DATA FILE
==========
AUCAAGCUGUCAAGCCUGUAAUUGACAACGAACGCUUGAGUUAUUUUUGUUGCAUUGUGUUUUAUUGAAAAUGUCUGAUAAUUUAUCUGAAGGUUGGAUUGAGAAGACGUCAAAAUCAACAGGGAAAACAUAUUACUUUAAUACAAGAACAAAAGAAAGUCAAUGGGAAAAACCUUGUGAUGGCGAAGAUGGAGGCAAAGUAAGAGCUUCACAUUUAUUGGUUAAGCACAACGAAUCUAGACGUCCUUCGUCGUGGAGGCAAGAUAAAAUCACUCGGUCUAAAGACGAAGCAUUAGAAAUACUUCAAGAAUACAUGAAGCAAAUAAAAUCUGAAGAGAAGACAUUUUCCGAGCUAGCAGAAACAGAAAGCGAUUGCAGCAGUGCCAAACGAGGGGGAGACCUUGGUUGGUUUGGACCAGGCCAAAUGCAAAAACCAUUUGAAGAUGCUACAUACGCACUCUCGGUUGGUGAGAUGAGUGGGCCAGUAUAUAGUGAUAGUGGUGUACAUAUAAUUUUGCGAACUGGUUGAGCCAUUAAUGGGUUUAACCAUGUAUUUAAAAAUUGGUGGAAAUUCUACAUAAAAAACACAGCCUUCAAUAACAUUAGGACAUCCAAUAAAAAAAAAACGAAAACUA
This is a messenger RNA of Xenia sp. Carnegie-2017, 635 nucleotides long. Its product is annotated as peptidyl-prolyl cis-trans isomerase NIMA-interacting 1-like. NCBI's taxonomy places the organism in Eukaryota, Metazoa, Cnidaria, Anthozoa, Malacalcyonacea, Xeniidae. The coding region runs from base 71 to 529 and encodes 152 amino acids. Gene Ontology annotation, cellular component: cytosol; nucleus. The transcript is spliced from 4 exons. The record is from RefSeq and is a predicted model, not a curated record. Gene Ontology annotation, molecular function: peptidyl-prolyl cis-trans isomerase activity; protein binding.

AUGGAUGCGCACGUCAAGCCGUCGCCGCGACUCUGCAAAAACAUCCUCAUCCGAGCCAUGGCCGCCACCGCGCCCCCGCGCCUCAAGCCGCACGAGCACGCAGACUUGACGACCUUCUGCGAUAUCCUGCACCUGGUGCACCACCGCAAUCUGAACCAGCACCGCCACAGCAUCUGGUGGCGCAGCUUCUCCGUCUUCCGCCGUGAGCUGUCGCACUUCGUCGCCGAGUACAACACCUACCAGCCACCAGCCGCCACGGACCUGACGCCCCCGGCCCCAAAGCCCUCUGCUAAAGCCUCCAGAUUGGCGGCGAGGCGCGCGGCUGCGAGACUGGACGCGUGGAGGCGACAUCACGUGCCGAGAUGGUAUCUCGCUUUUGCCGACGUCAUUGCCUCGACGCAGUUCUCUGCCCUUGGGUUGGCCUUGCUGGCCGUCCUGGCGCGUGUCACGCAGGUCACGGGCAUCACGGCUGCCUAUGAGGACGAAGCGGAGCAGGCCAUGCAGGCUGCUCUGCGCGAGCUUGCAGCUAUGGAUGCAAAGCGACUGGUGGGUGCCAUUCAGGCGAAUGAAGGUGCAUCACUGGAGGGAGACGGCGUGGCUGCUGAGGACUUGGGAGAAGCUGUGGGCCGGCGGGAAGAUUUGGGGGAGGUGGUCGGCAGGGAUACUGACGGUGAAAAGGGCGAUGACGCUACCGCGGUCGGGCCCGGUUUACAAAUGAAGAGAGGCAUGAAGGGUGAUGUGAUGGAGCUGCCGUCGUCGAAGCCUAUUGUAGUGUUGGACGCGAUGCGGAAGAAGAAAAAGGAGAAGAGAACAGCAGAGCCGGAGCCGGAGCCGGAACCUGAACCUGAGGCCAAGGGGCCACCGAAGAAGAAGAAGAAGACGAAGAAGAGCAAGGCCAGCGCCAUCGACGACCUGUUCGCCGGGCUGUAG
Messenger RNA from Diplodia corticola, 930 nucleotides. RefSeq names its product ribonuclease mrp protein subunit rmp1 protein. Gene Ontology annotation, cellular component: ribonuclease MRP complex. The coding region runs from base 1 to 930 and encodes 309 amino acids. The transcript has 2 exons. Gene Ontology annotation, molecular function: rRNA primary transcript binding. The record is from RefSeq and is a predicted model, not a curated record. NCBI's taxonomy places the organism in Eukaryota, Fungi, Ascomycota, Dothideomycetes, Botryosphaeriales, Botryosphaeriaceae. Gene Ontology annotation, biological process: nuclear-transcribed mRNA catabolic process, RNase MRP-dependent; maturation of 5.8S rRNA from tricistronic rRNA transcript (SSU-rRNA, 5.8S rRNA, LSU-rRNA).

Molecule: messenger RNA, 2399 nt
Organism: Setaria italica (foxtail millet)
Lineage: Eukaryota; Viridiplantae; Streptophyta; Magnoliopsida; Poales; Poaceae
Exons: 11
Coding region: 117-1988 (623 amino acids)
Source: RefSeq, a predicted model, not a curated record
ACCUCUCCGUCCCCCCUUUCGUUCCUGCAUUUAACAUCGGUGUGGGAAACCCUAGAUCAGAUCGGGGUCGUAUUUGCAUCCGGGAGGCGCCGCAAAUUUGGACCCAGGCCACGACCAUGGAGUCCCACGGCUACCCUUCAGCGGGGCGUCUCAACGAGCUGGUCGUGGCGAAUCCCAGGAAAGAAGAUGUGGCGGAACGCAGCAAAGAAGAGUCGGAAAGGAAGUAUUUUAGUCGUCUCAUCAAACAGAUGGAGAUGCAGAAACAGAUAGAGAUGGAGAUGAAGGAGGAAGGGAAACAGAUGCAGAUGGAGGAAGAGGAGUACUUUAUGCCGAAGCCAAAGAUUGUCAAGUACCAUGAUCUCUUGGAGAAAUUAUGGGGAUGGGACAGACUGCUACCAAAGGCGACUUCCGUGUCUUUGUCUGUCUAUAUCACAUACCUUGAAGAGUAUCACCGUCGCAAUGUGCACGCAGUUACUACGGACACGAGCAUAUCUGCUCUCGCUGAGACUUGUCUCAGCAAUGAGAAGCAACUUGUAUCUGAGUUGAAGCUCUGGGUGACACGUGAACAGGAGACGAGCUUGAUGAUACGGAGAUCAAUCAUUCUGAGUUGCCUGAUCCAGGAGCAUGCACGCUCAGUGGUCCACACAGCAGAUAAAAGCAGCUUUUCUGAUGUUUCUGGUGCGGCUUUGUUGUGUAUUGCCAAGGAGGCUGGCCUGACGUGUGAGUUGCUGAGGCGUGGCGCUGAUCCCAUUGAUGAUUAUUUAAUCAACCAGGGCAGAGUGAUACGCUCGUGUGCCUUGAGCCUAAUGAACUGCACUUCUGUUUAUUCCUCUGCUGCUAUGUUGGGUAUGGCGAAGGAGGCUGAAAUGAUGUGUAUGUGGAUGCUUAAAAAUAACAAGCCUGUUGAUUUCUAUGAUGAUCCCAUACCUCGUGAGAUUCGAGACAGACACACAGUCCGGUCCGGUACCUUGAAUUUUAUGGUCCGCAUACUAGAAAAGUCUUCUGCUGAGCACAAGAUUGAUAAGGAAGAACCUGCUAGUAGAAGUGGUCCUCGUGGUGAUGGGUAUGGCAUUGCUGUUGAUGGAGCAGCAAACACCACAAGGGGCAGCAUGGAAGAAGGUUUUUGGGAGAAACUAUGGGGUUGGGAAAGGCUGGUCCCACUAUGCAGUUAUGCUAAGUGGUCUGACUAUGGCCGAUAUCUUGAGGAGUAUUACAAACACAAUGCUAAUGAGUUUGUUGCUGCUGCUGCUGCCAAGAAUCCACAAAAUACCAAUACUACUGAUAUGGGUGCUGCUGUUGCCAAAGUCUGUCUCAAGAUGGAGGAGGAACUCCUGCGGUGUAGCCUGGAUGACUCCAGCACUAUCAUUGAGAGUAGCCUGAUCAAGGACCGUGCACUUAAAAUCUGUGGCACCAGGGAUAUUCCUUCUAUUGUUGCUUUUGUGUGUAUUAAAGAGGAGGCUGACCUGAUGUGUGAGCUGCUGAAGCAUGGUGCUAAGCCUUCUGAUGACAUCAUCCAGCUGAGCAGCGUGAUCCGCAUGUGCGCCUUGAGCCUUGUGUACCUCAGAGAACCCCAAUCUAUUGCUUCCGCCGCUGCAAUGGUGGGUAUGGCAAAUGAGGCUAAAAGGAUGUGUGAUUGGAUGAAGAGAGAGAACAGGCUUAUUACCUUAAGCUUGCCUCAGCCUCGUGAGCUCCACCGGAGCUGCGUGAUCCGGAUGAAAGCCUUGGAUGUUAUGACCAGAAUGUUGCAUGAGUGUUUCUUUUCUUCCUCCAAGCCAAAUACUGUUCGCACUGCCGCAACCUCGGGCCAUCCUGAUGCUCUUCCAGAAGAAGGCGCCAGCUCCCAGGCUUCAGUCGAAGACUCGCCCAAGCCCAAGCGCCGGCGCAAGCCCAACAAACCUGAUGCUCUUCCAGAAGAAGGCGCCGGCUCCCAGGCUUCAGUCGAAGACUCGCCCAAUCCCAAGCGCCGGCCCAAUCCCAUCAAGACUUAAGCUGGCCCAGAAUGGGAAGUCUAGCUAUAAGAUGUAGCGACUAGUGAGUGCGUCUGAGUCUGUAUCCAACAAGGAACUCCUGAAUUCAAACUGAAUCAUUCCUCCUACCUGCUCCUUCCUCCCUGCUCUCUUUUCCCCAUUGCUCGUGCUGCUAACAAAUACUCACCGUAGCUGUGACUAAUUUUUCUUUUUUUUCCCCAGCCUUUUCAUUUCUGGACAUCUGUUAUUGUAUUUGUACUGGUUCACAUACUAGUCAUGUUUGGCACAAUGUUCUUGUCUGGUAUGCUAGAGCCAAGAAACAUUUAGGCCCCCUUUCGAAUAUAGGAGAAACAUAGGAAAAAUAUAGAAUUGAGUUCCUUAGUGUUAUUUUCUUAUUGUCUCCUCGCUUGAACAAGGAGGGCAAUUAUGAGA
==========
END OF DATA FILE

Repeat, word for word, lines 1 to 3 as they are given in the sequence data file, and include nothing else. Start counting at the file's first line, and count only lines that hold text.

AUCAAGCUGUCAAGCCUGUAAUUGACAACGAACGCUUGAGUUAUUUUUGUUGCAUUGUGUUUUAUUGAAAAUGUCUGAUAAUUUAUCUGAAGGUUGGAUUGAGAAGACGUCAAAAUCAACAGGGAAAACAUAUUACUUUAAUACAAGAACAAAAGAAAGUCAAUGGGAAAAACCUUGUGAUGGCGAAGAUGGAGGCAAAGUAAGAGCUUCACAUUUAUUGGUUAAGCACAACGAAUCUAGACGUCCUUCGUCGUGGAGGCAAGAUAAAAUCACUCGGUCUAAAGACGAAGCAUUAGAAAUACUUCAAGAAUACAUGAAGCAAAUAAAAUCUGAAGAGAAGACAUUUUCCGAGCUAGCAGAAACAGAAAGCGAUUGCAGCAGUGCCAAACGAGGGGGAGACCUUGGUUGGUUUGGACCAGGCCAAAUGCAAAAACCAUUUGAAGAUGCUACAUACGCACUCUCGGUUGGUGAGAUGAGUGGGCCAGUAUAUAGUGAUAGUGGUGUACAUAUAAUUUUGCGAACUGGUUGAGCCAUUAAUGGGUUUAACCAUGUAUUUAAAAAUUGGUGGAAAUUCUACAUAAAAAACACAGCCUUCAAUAACAUUAGGACAUCCAAUAAAAAAAAAACGAAAACUA
This is a messenger RNA of Xenia sp. Carnegie-2017, 635 nucleotides long. Its product is annotated as peptidyl-prolyl cis-trans isomerase NIMA-interacting 1-like. NCBI's taxonomy places the organism in Eukaryota, Metazoa, Cnidaria, Anthozoa, Malacalcyonacea, Xeniidae. The coding region runs from base 71 to 529 and encodes 152 amino acids. Gene Ontology annotation, cellular component: cytosol; nucleus. The transcript is spliced from 4 exons. The record is from RefSeq and is a predicted model, not a curated record. Gene Ontology annotation, molecular function: peptidyl-prolyl cis-trans isomerase activity; protein binding.

AUGGAUGCGCACGUCAAGCCGUCGCCGCGACUCUGCAAAAACAUCCUCAUCCGAGCCAUGGCCGCCACCGCGCCCCCGCGCCUCAAGCCGCACGAGCACGCAGACUUGACGACCUUCUGCGAUAUCCUGCACCUGGUGCACCACCGCAAUCUGAACCAGCACCGCCACAGCAUCUGGUGGCGCAGCUUCUCCGUCUUCCGCCGUGAGCUGUCGCACUUCGUCGCCGAGUACAACACCUACCAGCCACCAGCCGCCACGGACCUGACGCCCCCGGCCCCAAAGCCCUCUGCUAAAGCCUCCAGAUUGGCGGCGAGGCGCGCGGCUGCGAGACUGGACGCGUGGAGGCGACAUCACGUGCCGAGAUGGUAUCUCGCUUUUGCCGACGUCAUUGCCUCGACGCAGUUCUCUGCCCUUGGGUUGGCCUUGCUGGCCGUCCUGGCGCGUGUCACGCAGGUCACGGGCAUCACGGCUGCCUAUGAGGACGAAGCGGAGCAGGCCAUGCAGGCUGCUCUGCGCGAGCUUGCAGCUAUGGAUGCAAAGCGACUGGUGGGUGCCAUUCAGGCGAAUGAAGGUGCAUCACUGGAGGGAGACGGCGUGGCUGCUGAGGACUUGGGAGAAGCUGUGGGCCGGCGGGAAGAUUUGGGGGAGGUGGUCGGCAGGGAUACUGACGGUGAAAAGGGCGAUGACGCUACCGCGGUCGGGCCCGGUUUACAAAUGAAGAGAGGCAUGAAGGGUGAUGUGAUGGAGCUGCCGUCGUCGAAGCCUAUUGUAGUGUUGGACGCGAUGCGGAAGAAGAAAAAGGAGAAGAGAACAGCAGAGCCGGAGCCGGAGCCGGAACCUGAACCUGAGGCCAAGGGGCCACCGAAGAAGAAGAAGAAGACGAAGAAGAGCAAGGCCAGCGCCAUCGACGACCUGUUCGCCGGGCUGUAG